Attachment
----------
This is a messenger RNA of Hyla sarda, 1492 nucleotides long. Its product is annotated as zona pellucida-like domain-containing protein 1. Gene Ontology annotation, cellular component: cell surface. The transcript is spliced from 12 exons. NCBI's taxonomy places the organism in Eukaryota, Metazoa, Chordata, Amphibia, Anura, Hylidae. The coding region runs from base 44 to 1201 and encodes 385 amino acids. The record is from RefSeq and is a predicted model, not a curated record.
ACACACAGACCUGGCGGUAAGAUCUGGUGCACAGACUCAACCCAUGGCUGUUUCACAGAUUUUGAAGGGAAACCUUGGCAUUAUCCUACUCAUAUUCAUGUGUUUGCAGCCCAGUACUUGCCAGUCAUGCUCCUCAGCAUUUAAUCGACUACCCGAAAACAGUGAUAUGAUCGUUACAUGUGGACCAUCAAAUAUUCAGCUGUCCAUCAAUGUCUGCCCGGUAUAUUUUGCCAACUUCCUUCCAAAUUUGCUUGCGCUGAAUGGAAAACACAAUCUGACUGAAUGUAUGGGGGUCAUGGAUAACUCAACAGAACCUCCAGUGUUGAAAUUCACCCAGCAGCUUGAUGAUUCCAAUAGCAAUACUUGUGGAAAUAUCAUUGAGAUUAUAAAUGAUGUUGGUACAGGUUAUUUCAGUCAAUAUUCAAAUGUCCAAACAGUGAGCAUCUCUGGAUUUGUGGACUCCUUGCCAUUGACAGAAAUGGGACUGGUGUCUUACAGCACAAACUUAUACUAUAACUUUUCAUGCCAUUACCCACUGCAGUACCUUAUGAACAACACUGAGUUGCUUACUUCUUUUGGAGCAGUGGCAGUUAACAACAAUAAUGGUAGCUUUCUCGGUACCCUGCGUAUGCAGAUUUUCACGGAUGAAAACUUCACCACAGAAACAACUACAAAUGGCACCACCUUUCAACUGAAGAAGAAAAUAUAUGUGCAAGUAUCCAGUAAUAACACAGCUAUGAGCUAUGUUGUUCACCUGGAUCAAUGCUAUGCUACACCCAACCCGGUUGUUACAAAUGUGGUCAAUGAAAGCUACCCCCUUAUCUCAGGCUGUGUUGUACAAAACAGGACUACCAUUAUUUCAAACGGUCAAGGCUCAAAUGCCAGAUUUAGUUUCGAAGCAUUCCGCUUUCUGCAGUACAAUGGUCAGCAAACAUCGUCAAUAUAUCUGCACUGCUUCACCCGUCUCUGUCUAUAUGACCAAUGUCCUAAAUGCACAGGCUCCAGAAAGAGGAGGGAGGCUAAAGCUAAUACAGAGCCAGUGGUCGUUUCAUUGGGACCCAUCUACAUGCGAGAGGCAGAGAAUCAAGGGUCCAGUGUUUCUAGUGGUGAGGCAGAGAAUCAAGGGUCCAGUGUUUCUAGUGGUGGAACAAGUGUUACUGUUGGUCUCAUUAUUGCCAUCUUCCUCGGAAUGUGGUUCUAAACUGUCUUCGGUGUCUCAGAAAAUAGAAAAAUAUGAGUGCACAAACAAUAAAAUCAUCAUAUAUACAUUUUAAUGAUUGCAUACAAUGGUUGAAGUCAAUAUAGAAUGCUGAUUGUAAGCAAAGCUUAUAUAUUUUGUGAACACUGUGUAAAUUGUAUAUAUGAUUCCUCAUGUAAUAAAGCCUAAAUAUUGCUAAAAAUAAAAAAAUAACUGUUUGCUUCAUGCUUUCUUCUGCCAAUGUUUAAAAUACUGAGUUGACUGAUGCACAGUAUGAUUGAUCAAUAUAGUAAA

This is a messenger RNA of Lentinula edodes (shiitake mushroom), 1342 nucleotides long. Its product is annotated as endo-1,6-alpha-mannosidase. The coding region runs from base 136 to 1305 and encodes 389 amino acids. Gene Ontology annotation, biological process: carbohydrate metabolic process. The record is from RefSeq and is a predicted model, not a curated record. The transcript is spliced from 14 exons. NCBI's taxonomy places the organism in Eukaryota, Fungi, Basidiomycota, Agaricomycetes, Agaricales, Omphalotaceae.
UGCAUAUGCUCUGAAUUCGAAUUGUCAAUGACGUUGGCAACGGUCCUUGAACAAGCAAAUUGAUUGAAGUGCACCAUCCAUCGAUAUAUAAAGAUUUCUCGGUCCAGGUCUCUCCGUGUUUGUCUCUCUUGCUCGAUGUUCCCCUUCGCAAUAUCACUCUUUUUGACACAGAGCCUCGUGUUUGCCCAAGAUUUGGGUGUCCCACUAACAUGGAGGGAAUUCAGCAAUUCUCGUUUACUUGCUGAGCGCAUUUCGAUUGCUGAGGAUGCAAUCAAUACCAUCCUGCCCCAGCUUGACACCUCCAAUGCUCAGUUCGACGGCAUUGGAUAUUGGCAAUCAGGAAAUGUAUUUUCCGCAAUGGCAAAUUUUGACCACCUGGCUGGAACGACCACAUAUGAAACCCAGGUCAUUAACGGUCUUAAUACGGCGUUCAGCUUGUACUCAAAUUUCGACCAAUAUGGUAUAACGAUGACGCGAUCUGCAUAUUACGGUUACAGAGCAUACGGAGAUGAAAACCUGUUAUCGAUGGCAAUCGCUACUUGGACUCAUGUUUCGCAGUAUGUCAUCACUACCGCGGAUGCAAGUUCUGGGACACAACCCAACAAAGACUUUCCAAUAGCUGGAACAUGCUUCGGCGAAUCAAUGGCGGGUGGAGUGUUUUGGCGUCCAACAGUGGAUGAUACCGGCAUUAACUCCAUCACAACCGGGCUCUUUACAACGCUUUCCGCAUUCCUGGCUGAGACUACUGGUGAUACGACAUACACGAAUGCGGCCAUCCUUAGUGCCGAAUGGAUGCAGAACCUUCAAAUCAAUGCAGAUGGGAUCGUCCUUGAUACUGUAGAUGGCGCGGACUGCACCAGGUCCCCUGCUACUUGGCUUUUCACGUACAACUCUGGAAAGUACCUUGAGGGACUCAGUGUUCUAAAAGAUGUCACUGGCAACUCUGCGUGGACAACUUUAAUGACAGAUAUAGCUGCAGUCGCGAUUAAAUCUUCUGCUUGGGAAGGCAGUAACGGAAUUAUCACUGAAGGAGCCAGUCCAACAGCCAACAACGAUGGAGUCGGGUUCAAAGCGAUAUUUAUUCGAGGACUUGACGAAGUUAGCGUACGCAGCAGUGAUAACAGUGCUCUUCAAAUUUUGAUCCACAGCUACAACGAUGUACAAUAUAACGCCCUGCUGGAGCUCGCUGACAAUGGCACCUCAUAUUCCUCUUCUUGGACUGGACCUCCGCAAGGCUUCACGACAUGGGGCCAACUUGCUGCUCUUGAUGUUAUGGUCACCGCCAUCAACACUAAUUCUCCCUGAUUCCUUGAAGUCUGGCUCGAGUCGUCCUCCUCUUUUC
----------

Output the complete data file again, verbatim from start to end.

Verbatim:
This is a messenger RNA of Hyla sarda, 1492 nucleotides long. Its product is annotated as zona pellucida-like domain-containing protein 1. Gene Ontology annotation, cellular component: cell surface. The transcript is spliced from 12 exons. NCBI's taxonomy places the organism in Eukaryota, Metazoa, Chordata, Amphibia, Anura, Hylidae. The coding region runs from base 44 to 1201 and encodes 385 amino acids. The record is from RefSeq and is a predicted model, not a curated record.
ACACACAGACCUGGCGGUAAGAUCUGGUGCACAGACUCAACCCAUGGCUGUUUCACAGAUUUUGAAGGGAAACCUUGGCAUUAUCCUACUCAUAUUCAUGUGUUUGCAGCCCAGUACUUGCCAGUCAUGCUCCUCAGCAUUUAAUCGACUACCCGAAAACAGUGAUAUGAUCGUUACAUGUGGACCAUCAAAUAUUCAGCUGUCCAUCAAUGUCUGCCCGGUAUAUUUUGCCAACUUCCUUCCAAAUUUGCUUGCGCUGAAUGGAAAACACAAUCUGACUGAAUGUAUGGGGGUCAUGGAUAACUCAACAGAACCUCCAGUGUUGAAAUUCACCCAGCAGCUUGAUGAUUCCAAUAGCAAUACUUGUGGAAAUAUCAUUGAGAUUAUAAAUGAUGUUGGUACAGGUUAUUUCAGUCAAUAUUCAAAUGUCCAAACAGUGAGCAUCUCUGGAUUUGUGGACUCCUUGCCAUUGACAGAAAUGGGACUGGUGUCUUACAGCACAAACUUAUACUAUAACUUUUCAUGCCAUUACCCACUGCAGUACCUUAUGAACAACACUGAGUUGCUUACUUCUUUUGGAGCAGUGGCAGUUAACAACAAUAAUGGUAGCUUUCUCGGUACCCUGCGUAUGCAGAUUUUCACGGAUGAAAACUUCACCACAGAAACAACUACAAAUGGCACCACCUUUCAACUGAAGAAGAAAAUAUAUGUGCAAGUAUCCAGUAAUAACACAGCUAUGAGCUAUGUUGUUCACCUGGAUCAAUGCUAUGCUACACCCAACCCGGUUGUUACAAAUGUGGUCAAUGAAAGCUACCCCCUUAUCUCAGGCUGUGUUGUACAAAACAGGACUACCAUUAUUUCAAACGGUCAAGGCUCAAAUGCCAGAUUUAGUUUCGAAGCAUUCCGCUUUCUGCAGUACAAUGGUCAGCAAACAUCGUCAAUAUAUCUGCACUGCUUCACCCGUCUCUGUCUAUAUGACCAAUGUCCUAAAUGCACAGGCUCCAGAAAGAGGAGGGAGGCUAAAGCUAAUACAGAGCCAGUGGUCGUUUCAUUGGGACCCAUCUACAUGCGAGAGGCAGAGAAUCAAGGGUCCAGUGUUUCUAGUGGUGAGGCAGAGAAUCAAGGGUCCAGUGUUUCUAGUGGUGGAACAAGUGUUACUGUUGGUCUCAUUAUUGCCAUCUUCCUCGGAAUGUGGUUCUAAACUGUCUUCGGUGUCUCAGAAAAUAGAAAAAUAUGAGUGCACAAACAAUAAAAUCAUCAUAUAUACAUUUUAAUGAUUGCAUACAAUGGUUGAAGUCAAUAUAGAAUGCUGAUUGUAAGCAAAGCUUAUAUAUUUUGUGAACACUGUGUAAAUUGUAUAUAUGAUUCCUCAUGUAAUAAAGCCUAAAUAUUGCUAAAAAUAAAAAAAUAACUGUUUGCUUCAUGCUUUCUUCUGCCAAUGUUUAAAAUACUGAGUUGACUGAUGCACAGUAUGAUUGAUCAAUAUAGUAAA

This is a messenger RNA of Lentinula edodes (shiitake mushroom), 1342 nucleotides long. Its product is annotated as endo-1,6-alpha-mannosidase. The coding region runs from base 136 to 1305 and encodes 389 amino acids. Gene Ontology annotation, biological process: carbohydrate metabolic process. The record is from RefSeq and is a predicted model, not a curated record. The transcript is spliced from 14 exons. NCBI's taxonomy places the organism in Eukaryota, Fungi, Basidiomycota, Agaricomycetes, Agaricales, Omphalotaceae.
UGCAUAUGCUCUGAAUUCGAAUUGUCAAUGACGUUGGCAACGGUCCUUGAACAAGCAAAUUGAUUGAAGUGCACCAUCCAUCGAUAUAUAAAGAUUUCUCGGUCCAGGUCUCUCCGUGUUUGUCUCUCUUGCUCGAUGUUCCCCUUCGCAAUAUCACUCUUUUUGACACAGAGCCUCGUGUUUGCCCAAGAUUUGGGUGUCCCACUAACAUGGAGGGAAUUCAGCAAUUCUCGUUUACUUGCUGAGCGCAUUUCGAUUGCUGAGGAUGCAAUCAAUACCAUCCUGCCCCAGCUUGACACCUCCAAUGCUCAGUUCGACGGCAUUGGAUAUUGGCAAUCAGGAAAUGUAUUUUCCGCAAUGGCAAAUUUUGACCACCUGGCUGGAACGACCACAUAUGAAACCCAGGUCAUUAACGGUCUUAAUACGGCGUUCAGCUUGUACUCAAAUUUCGACCAAUAUGGUAUAACGAUGACGCGAUCUGCAUAUUACGGUUACAGAGCAUACGGAGAUGAAAACCUGUUAUCGAUGGCAAUCGCUACUUGGACUCAUGUUUCGCAGUAUGUCAUCACUACCGCGGAUGCAAGUUCUGGGACACAACCCAACAAAGACUUUCCAAUAGCUGGAACAUGCUUCGGCGAAUCAAUGGCGGGUGGAGUGUUUUGGCGUCCAACAGUGGAUGAUACCGGCAUUAACUCCAUCACAACCGGGCUCUUUACAACGCUUUCCGCAUUCCUGGCUGAGACUACUGGUGAUACGACAUACACGAAUGCGGCCAUCCUUAGUGCCGAAUGGAUGCAGAACCUUCAAAUCAAUGCAGAUGGGAUCGUCCUUGAUACUGUAGAUGGCGCGGACUGCACCAGGUCCCCUGCUACUUGGCUUUUCACGUACAACUCUGGAAAGUACCUUGAGGGACUCAGUGUUCUAAAAGAUGUCACUGGCAACUCUGCGUGGACAACUUUAAUGACAGAUAUAGCUGCAGUCGCGAUUAAAUCUUCUGCUUGGGAAGGCAGUAACGGAAUUAUCACUGAAGGAGCCAGUCCAACAGCCAACAACGAUGGAGUCGGGUUCAAAGCGAUAUUUAUUCGAGGACUUGACGAAGUUAGCGUACGCAGCAGUGAUAACAGUGCUCUUCAAAUUUUGAUCCACAGCUACAACGAUGUACAAUAUAACGCCCUGCUGGAGCUCGCUGACAAUGGCACCUCAUAUUCCUCUUCUUGGACUGGACCUCCGCAAGGCUUCACGACAUGGGGCCAACUUGCUGCUCUUGAUGUUAUGGUCACCGCCAUCAACACUAAUUCUCCCUGAUUCCUUGAAGUCUGGCUCGAGUCGUCCUCCUCUUUUC